Isis supporter plotted to kill 100 people in Oxford Street terror attack while going through Prevent deradicalisation programme

Former Royal Mail worker scouted potential targets in London on same day as meeting anti-extremism officers, court hears

Chris Baynes
Thursday 03 January 2019 21:08
Lewis Ludlow plotted to kill 100 people in a van attack in Oxford Street, London
Lewis Ludlow plotted to kill 100 people in a van attack in Oxford Street, London

A Muslim convert who swore allegiance to Isis planned to kill 100 people in a terror attack in London while taking part in a deradicalisation programme, a court has heard.

Lewis Ludlow of Rochester, Kent, scouted potential sites for an attack on the same day as meeting with Prevent officers, London's Old Bailey was told.

The former Royal Mail worker said he was filled with “animosity and hatred” for the British public, carried out reconnaissance of targets around the capital, taking photographs of Oxford Street and Madame Tussauds, the court heard.

The 27-year-old had seemingly engaged with the Prevent deradicalisation scheme, taking part in 16 meetings and a phone call with officers over six months before his arrest last April.

Ludlow planned to kill up to 100 people in a “ram attack” in Oxford Street, a busy shopping district, but was stopped by police at Heathrow Airport in February 2018 as he attempted to board a flight to the Philippines.

The defendant, who called himself “The Eagle” and “The Ghost”, had bought a phone under a false name and wrote down his attack plans, which were later found ripped up in a bin.

He pleaded guilty last year to plotting an attack in the UK and funding Isis in the Philippines.

At a sentencing hearing, prosecutor Mark Heywood set out Ludlow’s past association with extremists in Britain and abroad.

Mr Heywood said the Prevent programme had attempted to engage with Ludlow since November 2008, when his college had raised concern about his religious beliefs and carrying a knife.

In 2010, Ludlow attended a demonstration led by radical preacher Anjem Choudary and his banned Al-Muhajiroun (ALM) group. He was pictured with the convicted terrorist Trevor Brooks and had secret communication with British jihadi Junaid Hussain, who was killed in a drone strike in Syria.

In June 2015, he discussed planning an attack with Hussain and mentioned his job at Royal Mail.

He wrote: “At my job at a Royal Mail warehouse we had a book that mentions how staff look out for suspicious items like bombs. I’m thinking should I find this info out more as Royal Mail rarely check items. It is perfect to send something lethal through.”

Hussain told him it was a “good idea” and Ludlow promised to “look into it”.

Later that year he was arrested and Isis material was recovered from Ludlow’s phone, but no further action was taken.

Ludlow had previously cut off contact with Prevent two years but resumed meetings with officers in November 2017, while keeping his true feelings under wraps.

In January 2018, he bought a ticket to fly to the Philippines on 3 February but was stopped at the airport and had his passport seized.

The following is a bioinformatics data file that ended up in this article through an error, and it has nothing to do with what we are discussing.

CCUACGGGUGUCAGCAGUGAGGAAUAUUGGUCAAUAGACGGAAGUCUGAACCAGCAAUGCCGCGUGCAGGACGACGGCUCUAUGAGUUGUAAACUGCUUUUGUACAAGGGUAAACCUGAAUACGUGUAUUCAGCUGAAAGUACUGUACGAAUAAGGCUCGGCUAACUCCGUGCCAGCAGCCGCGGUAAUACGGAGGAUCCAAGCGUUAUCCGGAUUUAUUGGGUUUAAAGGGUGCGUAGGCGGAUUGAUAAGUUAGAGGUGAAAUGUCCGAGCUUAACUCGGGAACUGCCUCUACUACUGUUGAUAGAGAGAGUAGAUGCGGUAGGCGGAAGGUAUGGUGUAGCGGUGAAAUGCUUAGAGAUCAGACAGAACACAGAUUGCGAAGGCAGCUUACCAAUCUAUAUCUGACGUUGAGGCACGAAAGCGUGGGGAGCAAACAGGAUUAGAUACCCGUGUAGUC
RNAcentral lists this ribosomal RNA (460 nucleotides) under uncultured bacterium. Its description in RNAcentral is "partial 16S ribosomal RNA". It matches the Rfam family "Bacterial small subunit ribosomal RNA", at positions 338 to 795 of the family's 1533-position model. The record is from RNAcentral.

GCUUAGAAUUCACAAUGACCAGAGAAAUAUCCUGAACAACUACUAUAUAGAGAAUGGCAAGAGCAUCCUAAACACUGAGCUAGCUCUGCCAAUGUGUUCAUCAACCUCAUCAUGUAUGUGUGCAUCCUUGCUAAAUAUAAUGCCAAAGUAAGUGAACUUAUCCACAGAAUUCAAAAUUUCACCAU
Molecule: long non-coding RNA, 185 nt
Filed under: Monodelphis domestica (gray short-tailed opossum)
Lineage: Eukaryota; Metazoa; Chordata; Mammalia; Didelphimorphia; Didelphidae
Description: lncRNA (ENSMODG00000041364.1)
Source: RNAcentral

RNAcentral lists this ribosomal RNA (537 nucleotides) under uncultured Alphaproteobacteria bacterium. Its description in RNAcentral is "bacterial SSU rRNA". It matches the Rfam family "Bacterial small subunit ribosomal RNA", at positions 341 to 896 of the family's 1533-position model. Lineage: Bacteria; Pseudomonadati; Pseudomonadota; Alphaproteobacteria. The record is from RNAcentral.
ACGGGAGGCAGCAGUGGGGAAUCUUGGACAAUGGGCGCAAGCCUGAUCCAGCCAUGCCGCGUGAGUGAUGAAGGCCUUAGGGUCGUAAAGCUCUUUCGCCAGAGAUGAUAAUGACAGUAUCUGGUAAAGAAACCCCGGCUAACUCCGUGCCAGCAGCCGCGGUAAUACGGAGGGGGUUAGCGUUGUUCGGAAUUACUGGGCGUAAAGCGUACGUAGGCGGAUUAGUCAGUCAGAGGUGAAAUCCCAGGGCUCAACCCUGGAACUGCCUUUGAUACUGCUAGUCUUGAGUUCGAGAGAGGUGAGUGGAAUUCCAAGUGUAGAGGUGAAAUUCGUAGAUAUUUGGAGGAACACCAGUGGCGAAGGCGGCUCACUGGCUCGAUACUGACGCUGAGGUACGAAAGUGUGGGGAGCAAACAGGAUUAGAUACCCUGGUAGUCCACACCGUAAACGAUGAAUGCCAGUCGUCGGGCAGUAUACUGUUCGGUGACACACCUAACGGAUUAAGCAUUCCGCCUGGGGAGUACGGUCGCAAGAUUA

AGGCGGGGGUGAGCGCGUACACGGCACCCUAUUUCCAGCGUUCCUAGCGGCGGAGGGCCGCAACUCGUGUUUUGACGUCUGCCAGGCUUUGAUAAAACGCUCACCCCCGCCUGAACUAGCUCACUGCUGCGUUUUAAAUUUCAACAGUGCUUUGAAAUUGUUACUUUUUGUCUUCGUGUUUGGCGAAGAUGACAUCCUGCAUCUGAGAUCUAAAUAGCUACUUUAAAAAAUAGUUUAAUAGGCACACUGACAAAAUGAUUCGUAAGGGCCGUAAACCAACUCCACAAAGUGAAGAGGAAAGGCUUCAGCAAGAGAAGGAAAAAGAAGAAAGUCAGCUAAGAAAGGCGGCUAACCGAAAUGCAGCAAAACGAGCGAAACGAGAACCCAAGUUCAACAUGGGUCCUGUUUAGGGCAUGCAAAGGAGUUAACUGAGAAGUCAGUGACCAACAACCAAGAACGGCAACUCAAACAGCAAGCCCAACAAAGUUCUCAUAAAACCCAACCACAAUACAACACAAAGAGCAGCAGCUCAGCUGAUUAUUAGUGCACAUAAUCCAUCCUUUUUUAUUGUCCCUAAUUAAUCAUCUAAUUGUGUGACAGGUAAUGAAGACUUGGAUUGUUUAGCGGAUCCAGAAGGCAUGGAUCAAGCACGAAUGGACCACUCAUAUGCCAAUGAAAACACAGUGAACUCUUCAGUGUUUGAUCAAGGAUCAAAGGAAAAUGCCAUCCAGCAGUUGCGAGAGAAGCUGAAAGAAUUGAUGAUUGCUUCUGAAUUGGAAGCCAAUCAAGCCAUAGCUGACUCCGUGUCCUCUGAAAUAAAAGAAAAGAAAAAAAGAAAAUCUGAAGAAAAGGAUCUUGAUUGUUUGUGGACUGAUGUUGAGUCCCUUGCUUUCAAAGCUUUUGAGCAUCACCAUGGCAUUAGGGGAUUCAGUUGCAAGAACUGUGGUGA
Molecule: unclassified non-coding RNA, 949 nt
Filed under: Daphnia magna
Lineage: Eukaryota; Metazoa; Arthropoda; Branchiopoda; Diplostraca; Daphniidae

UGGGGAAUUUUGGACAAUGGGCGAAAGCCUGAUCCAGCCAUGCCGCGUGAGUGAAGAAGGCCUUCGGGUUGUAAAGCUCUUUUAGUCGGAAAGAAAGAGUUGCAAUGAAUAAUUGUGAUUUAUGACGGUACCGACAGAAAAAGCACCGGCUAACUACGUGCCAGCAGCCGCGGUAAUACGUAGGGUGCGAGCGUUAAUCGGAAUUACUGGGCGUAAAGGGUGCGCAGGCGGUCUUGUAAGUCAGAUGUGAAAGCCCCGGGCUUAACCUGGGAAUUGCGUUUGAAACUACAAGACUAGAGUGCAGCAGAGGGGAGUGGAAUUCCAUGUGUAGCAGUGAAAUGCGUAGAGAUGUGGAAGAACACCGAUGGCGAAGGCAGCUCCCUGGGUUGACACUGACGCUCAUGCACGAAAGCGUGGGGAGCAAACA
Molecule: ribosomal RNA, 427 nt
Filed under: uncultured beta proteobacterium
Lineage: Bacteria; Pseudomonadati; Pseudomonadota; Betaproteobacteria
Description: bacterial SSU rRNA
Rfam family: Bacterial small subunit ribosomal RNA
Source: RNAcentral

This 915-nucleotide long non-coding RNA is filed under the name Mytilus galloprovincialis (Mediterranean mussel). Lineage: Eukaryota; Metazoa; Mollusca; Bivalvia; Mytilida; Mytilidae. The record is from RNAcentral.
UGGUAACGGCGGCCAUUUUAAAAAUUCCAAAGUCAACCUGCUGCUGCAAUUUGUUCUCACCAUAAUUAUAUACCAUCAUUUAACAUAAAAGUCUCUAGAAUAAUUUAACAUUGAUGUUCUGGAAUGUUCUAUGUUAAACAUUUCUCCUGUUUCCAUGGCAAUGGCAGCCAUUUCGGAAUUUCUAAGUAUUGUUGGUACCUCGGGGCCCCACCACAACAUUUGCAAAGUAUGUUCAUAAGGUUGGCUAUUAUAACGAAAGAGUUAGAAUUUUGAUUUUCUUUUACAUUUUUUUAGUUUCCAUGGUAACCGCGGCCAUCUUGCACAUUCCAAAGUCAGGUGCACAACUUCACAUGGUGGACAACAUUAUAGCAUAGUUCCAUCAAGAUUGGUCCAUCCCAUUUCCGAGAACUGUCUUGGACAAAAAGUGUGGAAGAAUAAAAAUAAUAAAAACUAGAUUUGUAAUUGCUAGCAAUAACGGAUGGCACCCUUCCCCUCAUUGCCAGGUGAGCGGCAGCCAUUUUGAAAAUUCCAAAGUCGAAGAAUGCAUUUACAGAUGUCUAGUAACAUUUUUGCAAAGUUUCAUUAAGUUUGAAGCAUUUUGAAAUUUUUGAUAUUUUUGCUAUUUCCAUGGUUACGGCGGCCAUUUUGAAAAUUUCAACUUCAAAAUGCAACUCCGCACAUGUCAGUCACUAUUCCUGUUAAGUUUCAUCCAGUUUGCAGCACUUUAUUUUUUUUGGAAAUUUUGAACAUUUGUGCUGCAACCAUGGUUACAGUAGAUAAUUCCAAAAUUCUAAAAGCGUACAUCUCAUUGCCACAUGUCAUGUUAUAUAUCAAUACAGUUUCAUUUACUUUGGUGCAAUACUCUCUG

In March, having set up a PayPal account and an Antique Collections Facebook site, he sent money to an alleged extremist called Abu Yaqeen in an area of the Philippines with a significant Isis presence.

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Police went on to recover torn-up scraps of paper from Ludlow’s bin detailing potential attack sites in Britain. He planned to mount the pavement in a van on Oxford Street, where he noted the lack of safety barriers.

Ludlow wrote: “Wolf should either use a ram attack or use ... on the truck to maximise death ... it is a busy street it is ideal for an attack. It is expected nearly 100 could be killed in the attack.”

Mr Heywood said there was evidence the defendant wanted to recruit a second attacker as he did not have a driver’s licence and was “scared” of crashing.

On 13 April last year, Ludlow’s mobile phone was retrieved from a storm drain and found to have videos of the defendant swearing allegiance to Isis and evidence of “hostile reconnaissance”.

In one of the videos, the hooded defendant said: “I, the Eagle, have pledged allegiance to Dawlatul Islam and also, this is a little message to you people, there is no love between us, there is nothing between us except animosity and hatred.”

In mitigation, Rebecca Trowler said autistic Ludlow was directed by the extremist in the Philippines and his plans were “embryonic”.

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Giving evidence, Ludlow, who converted to Islam at 16, told how he dropped out of school after he was bullied for nine years.

He said: “I was a loner. I was on my own and it was sad. People would say they found me too strange. It was really depressing. I felt everyone hated me and I thought I would be better off dead.”

Describing feelings of anxiety, he said: “Physically I feel my heart beating rapidly, adrenaline rushing. Mentally, the things that come into my head are death and disturbing images to do with graves, worms, decomposition.”

Ludlow said he found ALM online and was invited to demonstrations.

At first it was “friendly” and he was seen as “funny” but after two years things turned sour and he was suspected of being a spy, he said.

The sentencing hearing is due to last for up to three days before Judge Nicholas Hilliard.

Press Association contributed to this report